As owner and head coach of CrossFit Great Neck, Floria admitted, “Owning a gym and eating healthy does get hard. My weakness is easily penne a la vodka.”
But the 26-year-old remains proud of his heritage. “My grandfather fought in World War II and lived to tell his stories. They set the foundations for my family here in America.”
Steve Morisi of South Ozone Park shares similar feelings. “I’m proud to know that my ancestors carved out their own way in America,” he said.
His paternal grandparents were from northern Italy and arrived in America in the mid-1920s. “They came over by boat. Pretty much everyone lived from 30th to 40th Streets and Third to Fourth avenues” in Brooklyn, he said.
“The men got work at the docks or in construction,” Morisi said. “I saw my family helping each other. It was very important that you stand by family. There was a work ethic that I saw. And there was also the opinion that you could better yourself if you persevered.”
“Many of my father’s relatives that came off the boat worked hard and were successful. My daughter has a challenging job and now my son is getting a master’s degree,” he added.
His son, Paul, 29, who serves as the coordinator of Adolescent and Young Adult Ministry for the Diocese of Brooklyn, has picked up on his father’s pride.
“Italians have a great history of world leaders,” the younger Morisi said. “Also, there have been many artists ... from Michelangelo to Ol’ Blue Eyes.”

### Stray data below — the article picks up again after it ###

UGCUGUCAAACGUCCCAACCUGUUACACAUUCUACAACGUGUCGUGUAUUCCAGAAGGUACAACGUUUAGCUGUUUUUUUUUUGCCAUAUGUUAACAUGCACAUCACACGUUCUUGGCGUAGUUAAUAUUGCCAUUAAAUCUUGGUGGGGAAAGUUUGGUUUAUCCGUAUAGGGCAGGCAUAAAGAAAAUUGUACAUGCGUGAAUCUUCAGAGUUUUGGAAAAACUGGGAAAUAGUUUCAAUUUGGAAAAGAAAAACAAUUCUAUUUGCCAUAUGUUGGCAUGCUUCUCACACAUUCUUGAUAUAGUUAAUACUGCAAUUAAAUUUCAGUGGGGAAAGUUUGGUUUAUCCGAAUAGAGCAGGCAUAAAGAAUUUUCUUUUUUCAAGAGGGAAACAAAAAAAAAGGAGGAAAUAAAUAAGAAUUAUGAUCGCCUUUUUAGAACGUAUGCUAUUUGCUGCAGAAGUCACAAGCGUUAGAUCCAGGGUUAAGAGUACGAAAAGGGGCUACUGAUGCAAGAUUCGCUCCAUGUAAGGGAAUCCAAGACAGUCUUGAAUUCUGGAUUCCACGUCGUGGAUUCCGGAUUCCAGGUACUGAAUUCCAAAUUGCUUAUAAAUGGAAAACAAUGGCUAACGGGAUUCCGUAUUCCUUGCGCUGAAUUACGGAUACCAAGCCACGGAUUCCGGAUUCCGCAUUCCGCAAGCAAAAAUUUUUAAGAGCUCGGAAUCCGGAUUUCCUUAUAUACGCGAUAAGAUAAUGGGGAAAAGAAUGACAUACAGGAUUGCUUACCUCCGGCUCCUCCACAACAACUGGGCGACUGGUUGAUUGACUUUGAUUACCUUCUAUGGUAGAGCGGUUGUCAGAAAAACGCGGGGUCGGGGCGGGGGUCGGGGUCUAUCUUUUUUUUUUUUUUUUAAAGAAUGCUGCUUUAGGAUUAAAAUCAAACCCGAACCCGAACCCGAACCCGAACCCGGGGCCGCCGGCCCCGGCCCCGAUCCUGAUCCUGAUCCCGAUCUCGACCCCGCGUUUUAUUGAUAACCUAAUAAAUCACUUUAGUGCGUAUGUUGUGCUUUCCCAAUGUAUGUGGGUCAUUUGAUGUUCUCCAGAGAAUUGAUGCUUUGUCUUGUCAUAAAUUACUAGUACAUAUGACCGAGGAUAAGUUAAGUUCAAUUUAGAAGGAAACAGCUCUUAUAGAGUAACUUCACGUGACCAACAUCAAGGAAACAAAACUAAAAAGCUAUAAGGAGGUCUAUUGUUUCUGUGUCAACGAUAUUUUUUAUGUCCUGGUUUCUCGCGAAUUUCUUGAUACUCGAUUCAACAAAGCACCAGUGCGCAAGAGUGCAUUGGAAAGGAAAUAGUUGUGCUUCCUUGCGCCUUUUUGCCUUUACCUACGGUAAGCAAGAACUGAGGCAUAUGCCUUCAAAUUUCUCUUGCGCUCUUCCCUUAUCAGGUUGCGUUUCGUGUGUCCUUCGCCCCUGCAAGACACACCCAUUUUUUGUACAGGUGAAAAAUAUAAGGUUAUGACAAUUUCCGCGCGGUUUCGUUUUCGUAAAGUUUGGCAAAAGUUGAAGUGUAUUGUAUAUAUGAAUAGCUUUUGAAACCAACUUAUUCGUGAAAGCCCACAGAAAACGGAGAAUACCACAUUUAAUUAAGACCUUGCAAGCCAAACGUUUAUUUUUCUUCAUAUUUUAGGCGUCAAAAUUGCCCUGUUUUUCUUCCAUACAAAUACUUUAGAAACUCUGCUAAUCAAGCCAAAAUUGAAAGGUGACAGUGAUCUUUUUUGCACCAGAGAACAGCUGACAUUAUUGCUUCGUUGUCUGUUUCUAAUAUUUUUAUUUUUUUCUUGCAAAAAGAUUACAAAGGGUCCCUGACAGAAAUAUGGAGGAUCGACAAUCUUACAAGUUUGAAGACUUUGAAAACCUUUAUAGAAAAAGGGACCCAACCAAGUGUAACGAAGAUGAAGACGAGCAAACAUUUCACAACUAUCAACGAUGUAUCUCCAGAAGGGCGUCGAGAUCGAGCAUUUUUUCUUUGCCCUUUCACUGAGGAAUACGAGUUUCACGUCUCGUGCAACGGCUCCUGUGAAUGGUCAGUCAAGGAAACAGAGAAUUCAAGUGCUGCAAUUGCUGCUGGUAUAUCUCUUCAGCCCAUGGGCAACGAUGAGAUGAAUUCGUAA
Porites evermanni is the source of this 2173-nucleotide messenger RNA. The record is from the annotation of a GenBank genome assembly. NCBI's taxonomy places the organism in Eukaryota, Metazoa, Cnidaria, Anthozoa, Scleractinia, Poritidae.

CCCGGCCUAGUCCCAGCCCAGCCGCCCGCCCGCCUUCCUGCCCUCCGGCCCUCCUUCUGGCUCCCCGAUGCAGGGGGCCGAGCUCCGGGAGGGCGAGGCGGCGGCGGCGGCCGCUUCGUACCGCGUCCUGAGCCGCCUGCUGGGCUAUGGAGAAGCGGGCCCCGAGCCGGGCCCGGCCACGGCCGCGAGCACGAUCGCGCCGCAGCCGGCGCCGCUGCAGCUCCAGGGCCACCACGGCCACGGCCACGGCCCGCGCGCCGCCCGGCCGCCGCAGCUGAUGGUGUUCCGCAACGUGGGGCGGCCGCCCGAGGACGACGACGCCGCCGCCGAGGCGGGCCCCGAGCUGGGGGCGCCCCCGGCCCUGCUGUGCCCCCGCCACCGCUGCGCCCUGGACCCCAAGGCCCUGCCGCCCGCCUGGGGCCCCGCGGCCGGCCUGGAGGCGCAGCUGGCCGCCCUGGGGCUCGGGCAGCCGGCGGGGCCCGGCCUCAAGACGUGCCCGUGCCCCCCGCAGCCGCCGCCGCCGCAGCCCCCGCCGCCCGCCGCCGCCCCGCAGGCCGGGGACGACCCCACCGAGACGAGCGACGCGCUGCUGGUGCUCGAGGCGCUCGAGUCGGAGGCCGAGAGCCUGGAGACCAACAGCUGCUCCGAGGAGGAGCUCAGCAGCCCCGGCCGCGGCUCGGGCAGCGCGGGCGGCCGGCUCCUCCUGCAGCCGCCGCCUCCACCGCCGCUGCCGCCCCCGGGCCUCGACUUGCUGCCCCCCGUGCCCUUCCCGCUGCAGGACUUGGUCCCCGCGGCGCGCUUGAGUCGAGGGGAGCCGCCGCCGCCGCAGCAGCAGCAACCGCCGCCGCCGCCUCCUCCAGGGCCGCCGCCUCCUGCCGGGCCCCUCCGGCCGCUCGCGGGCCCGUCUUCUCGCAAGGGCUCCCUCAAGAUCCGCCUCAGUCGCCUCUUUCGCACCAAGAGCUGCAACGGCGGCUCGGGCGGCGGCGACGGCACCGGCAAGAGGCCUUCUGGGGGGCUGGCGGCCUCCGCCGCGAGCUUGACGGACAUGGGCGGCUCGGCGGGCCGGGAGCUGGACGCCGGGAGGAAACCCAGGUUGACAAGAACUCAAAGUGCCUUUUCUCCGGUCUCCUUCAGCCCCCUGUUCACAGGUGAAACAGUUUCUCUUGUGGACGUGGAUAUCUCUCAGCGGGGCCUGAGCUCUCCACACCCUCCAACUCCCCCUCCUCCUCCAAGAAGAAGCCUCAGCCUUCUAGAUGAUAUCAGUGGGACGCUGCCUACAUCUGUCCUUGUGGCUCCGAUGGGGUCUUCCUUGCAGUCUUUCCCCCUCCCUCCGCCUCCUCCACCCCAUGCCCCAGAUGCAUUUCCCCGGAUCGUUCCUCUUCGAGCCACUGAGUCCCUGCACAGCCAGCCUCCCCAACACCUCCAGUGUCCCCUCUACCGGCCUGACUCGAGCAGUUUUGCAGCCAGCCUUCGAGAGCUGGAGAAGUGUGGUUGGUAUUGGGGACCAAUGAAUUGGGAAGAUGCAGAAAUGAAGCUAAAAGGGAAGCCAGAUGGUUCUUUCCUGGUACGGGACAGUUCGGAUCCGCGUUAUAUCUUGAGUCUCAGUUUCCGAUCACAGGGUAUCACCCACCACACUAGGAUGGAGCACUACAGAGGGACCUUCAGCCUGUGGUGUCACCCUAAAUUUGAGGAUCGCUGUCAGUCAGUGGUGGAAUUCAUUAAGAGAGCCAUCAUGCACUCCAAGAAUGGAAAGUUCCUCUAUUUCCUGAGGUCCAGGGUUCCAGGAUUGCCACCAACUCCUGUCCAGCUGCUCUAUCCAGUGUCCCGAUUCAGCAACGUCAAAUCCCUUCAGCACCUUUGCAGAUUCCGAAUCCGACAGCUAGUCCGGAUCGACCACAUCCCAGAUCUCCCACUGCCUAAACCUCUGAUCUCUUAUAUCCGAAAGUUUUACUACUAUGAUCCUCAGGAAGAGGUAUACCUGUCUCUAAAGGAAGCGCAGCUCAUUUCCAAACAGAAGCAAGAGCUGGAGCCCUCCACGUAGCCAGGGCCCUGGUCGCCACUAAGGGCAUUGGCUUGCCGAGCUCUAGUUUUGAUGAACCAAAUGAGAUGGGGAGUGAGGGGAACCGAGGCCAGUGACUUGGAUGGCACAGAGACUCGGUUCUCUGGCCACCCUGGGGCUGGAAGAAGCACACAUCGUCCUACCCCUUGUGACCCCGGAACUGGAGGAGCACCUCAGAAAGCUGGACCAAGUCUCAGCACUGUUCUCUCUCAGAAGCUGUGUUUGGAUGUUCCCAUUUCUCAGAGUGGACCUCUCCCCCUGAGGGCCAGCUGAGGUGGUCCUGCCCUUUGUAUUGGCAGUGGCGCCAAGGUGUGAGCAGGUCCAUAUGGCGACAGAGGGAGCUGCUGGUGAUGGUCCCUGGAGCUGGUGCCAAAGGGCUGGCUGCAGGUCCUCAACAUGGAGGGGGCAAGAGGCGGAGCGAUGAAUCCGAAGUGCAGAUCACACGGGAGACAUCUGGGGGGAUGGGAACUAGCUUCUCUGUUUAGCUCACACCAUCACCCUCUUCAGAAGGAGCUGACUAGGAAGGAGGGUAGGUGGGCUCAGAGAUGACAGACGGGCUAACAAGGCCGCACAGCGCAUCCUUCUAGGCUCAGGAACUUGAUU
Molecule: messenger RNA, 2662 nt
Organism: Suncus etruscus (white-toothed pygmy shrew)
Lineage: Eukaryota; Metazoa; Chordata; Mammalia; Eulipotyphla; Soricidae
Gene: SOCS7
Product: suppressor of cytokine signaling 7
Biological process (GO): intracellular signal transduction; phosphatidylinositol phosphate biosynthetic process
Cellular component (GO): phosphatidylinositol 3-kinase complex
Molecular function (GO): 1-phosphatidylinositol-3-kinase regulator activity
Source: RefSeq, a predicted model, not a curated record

As for Columbus, he said, “It’s because of his courage that North America was found and made available to the rest of the world. Without his discovery, the world as we know it would not exist. The rise of democracy in the world may not have happened.”
New Hyde Park resident Angela Del Vecchio Miraglia said her mother was born in Naples, her father in Abruzzi and “carrying on their traditions is important to me ... all of their teachings. Everything they brought from Italy we carry on here.”
The parent coordinator at Robert F. Kennedy Community High School added, “I love hearing the stories. Mom came at five by ship. It reminded me of the Titanic ... the third-class accommodations.”
Her own sons, now 15 and 16, “can jar homemade sauce better than I can,” she said, thanks to grandma’s teachings.
As the city gears up for this year’s Columbus Day festivities, Joseph DeCandia of Howard Beach recalled that for years his family’s landmark restaurant, Lenny’s Clam Bar on Cross Bay Blvd., and the organization for which he serves as president, the International Society of SS Cosma and Damiano, entered floats in the local parade.
“The Italians have done a lot of good things for the country and for New York,” DeCandia said.
Columbus would likely be pleased to see himself these many years later immortalized on postage stamps, as well as in works of literature, on television and the musical stage, in motion pictures and cartoons and even in video games. And as an explorer who spent his life pushing the frontier, he’d probably take particular pleasure in knowing that one space rock, Asteroid 327 Columbia, was also named in his honor.